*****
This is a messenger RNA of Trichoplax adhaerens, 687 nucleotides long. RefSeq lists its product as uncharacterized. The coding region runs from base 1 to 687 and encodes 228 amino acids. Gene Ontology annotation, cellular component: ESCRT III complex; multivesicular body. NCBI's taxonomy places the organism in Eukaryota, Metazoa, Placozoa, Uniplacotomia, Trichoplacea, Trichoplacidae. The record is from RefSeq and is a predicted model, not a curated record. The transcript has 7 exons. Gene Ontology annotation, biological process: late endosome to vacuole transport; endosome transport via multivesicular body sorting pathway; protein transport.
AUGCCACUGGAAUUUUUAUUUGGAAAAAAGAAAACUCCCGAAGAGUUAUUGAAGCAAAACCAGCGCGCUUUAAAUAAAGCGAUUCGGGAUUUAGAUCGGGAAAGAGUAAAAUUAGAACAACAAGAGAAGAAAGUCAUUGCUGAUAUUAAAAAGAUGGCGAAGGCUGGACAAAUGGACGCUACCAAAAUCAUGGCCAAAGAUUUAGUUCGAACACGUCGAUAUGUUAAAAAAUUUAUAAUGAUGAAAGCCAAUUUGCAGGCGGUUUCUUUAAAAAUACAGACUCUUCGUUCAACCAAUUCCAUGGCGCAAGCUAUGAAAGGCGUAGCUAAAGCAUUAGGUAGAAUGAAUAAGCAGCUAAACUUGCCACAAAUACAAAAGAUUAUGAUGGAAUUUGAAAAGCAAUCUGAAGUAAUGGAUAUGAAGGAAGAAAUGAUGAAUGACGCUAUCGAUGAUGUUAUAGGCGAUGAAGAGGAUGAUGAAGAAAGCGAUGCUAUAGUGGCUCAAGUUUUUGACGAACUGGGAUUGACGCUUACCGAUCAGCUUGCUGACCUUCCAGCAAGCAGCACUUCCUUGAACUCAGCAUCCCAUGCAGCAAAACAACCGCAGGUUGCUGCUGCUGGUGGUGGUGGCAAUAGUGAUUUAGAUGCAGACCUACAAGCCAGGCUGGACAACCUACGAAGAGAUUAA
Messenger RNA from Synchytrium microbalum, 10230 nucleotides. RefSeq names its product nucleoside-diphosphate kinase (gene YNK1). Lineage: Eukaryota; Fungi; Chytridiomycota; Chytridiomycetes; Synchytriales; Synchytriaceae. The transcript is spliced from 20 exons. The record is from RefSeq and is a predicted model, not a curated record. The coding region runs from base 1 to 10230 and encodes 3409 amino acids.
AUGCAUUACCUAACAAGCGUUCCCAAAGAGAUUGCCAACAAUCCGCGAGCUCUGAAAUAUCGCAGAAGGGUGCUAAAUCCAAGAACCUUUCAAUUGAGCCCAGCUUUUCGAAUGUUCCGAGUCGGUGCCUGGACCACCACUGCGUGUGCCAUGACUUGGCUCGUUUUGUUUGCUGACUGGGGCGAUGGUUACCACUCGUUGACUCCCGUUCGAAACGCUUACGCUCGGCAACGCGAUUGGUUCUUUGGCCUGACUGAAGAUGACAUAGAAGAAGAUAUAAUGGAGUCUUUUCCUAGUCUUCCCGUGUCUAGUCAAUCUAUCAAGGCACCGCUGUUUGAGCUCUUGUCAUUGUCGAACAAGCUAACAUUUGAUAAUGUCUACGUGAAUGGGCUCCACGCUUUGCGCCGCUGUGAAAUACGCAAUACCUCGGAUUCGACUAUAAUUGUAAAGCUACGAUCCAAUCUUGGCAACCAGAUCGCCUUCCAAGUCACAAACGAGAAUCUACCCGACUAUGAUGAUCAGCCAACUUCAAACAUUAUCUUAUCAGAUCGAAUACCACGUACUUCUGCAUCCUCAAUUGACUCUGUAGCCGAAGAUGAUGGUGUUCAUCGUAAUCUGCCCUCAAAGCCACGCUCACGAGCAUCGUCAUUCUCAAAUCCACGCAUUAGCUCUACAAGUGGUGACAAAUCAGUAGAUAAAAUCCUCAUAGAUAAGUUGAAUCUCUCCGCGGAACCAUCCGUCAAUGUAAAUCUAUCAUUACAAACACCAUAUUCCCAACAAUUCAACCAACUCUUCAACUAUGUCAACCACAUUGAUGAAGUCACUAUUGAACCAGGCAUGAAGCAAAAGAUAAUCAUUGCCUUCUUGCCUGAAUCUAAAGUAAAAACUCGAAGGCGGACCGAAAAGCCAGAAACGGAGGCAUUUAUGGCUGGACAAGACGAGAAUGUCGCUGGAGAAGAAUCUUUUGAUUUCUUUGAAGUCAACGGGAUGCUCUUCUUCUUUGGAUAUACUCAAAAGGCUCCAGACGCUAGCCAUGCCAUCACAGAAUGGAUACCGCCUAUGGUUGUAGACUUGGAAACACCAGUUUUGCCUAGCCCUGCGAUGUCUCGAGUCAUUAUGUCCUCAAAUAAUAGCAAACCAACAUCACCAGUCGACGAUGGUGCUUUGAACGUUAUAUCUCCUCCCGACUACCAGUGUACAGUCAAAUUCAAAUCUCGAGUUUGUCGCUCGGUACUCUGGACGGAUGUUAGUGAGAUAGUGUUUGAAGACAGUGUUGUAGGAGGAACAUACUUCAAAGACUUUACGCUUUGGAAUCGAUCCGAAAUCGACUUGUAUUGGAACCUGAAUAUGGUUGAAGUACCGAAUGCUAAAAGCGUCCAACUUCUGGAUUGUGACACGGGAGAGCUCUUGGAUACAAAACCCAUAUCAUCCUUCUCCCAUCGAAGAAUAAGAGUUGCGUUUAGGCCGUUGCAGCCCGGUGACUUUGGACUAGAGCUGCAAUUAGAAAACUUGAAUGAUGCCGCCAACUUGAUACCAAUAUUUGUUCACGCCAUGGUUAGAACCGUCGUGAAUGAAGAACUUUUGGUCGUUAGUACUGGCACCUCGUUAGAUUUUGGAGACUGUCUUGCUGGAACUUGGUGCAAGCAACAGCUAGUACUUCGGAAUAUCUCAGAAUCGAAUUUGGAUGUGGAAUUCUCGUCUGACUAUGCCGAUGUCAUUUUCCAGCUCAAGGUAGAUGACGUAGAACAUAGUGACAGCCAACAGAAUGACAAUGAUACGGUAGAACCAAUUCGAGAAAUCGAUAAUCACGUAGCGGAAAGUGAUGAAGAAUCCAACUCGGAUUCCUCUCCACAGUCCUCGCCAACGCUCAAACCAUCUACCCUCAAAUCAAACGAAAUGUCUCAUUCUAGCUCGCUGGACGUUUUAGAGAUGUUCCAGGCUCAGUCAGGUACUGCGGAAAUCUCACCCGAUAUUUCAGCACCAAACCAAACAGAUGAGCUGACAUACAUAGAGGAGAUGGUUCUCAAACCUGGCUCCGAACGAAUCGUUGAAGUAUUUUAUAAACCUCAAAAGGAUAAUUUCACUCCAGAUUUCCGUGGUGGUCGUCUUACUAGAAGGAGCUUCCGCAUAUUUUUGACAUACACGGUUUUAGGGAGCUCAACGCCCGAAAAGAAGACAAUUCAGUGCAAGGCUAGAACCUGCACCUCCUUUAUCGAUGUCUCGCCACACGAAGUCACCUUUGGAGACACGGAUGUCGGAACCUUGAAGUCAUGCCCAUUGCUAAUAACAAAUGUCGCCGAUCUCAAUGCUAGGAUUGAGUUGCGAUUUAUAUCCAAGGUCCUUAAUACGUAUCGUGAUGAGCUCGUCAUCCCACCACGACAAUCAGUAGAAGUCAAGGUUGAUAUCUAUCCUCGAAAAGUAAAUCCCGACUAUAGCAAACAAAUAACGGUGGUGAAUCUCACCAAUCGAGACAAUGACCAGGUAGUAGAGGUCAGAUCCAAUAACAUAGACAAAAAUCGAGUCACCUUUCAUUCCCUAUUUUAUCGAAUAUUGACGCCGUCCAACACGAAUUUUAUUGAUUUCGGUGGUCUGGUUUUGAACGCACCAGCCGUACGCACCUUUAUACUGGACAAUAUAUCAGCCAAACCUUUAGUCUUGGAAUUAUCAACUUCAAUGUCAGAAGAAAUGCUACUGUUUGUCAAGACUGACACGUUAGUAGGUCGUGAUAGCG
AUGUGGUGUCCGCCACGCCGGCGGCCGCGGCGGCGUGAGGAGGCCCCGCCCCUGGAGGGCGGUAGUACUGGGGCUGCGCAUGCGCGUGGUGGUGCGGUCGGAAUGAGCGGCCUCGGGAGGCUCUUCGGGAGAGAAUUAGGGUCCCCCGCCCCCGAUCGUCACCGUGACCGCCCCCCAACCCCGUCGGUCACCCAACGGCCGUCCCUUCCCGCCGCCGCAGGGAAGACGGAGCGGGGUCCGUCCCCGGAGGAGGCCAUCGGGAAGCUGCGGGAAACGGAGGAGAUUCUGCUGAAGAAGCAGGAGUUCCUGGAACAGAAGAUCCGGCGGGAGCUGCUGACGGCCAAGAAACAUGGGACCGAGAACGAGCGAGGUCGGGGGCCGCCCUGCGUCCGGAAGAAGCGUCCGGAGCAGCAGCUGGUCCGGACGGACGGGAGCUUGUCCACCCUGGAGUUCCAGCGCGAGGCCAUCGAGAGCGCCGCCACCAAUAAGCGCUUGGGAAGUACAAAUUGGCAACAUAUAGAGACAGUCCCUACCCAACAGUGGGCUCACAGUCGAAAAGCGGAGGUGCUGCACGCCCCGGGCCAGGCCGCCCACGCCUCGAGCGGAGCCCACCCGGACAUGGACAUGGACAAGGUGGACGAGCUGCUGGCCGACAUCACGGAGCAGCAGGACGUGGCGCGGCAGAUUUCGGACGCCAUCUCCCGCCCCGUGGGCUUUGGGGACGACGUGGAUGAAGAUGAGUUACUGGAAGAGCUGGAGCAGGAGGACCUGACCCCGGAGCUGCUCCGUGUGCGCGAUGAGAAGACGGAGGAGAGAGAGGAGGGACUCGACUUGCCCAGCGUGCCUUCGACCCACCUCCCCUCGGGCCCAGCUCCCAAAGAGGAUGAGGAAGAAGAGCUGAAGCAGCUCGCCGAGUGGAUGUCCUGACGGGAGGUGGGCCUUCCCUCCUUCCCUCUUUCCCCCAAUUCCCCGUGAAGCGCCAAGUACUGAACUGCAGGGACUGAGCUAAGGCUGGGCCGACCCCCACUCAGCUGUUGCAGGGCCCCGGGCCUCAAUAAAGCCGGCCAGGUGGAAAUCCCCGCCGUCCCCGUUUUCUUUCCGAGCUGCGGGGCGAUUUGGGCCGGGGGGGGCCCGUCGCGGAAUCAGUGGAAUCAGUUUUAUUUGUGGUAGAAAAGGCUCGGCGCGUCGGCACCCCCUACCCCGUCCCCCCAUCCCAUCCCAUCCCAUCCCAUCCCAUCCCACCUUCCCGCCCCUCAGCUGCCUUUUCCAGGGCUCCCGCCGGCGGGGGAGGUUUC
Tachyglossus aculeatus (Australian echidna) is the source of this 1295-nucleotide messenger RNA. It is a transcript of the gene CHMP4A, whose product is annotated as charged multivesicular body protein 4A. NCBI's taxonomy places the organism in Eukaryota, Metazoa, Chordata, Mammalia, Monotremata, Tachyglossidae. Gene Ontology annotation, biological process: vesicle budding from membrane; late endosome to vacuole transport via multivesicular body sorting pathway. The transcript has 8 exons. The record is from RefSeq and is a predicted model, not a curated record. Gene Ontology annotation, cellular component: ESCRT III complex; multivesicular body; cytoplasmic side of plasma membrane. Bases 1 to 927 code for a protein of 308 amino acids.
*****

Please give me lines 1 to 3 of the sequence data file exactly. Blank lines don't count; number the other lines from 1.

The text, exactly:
This is a messenger RNA of Trichoplax adhaerens, 687 nucleotides long. RefSeq lists its product as uncharacterized. The coding region runs from base 1 to 687 and encodes 228 amino acids. Gene Ontology annotation, cellular component: ESCRT III complex; multivesicular body. NCBI's taxonomy places the organism in Eukaryota, Metazoa, Placozoa, Uniplacotomia, Trichoplacea, Trichoplacidae. The record is from RefSeq and is a predicted model, not a curated record. The transcript has 7 exons. Gene Ontology annotation, biological process: late endosome to vacuole transport; endosome transport via multivesicular body sorting pathway; protein transport.
AUGCCACUGGAAUUUUUAUUUGGAAAAAAGAAAACUCCCGAAGAGUUAUUGAAGCAAAACCAGCGCGCUUUAAAUAAAGCGAUUCGGGAUUUAGAUCGGGAAAGAGUAAAAUUAGAACAACAAGAGAAGAAAGUCAUUGCUGAUAUUAAAAAGAUGGCGAAGGCUGGACAAAUGGACGCUACCAAAAUCAUGGCCAAAGAUUUAGUUCGAACACGUCGAUAUGUUAAAAAAUUUAUAAUGAUGAAAGCCAAUUUGCAGGCGGUUUCUUUAAAAAUACAGACUCUUCGUUCAACCAAUUCCAUGGCGCAAGCUAUGAAAGGCGUAGCUAAAGCAUUAGGUAGAAUGAAUAAGCAGCUAAACUUGCCACAAAUACAAAAGAUUAUGAUGGAAUUUGAAAAGCAAUCUGAAGUAAUGGAUAUGAAGGAAGAAAUGAUGAAUGACGCUAUCGAUGAUGUUAUAGGCGAUGAAGAGGAUGAUGAAGAAAGCGAUGCUAUAGUGGCUCAAGUUUUUGACGAACUGGGAUUGACGCUUACCGAUCAGCUUGCUGACCUUCCAGCAAGCAGCACUUCCUUGAACUCAGCAUCCCAUGCAGCAAAACAACCGCAGGUUGCUGCUGCUGGUGGUGGUGGCAAUAGUGAUUUAGAUGCAGACCUACAAGCCAGGCUGGACAACCUACGAAGAGAUUAA
Messenger RNA from Synchytrium microbalum, 10230 nucleotides. RefSeq names its product nucleoside-diphosphate kinase (gene YNK1). Lineage: Eukaryota; Fungi; Chytridiomycota; Chytridiomycetes; Synchytriales; Synchytriaceae. The transcript is spliced from 20 exons. The record is from RefSeq and is a predicted model, not a curated record. The coding region runs from base 1 to 10230 and encodes 3409 amino acids.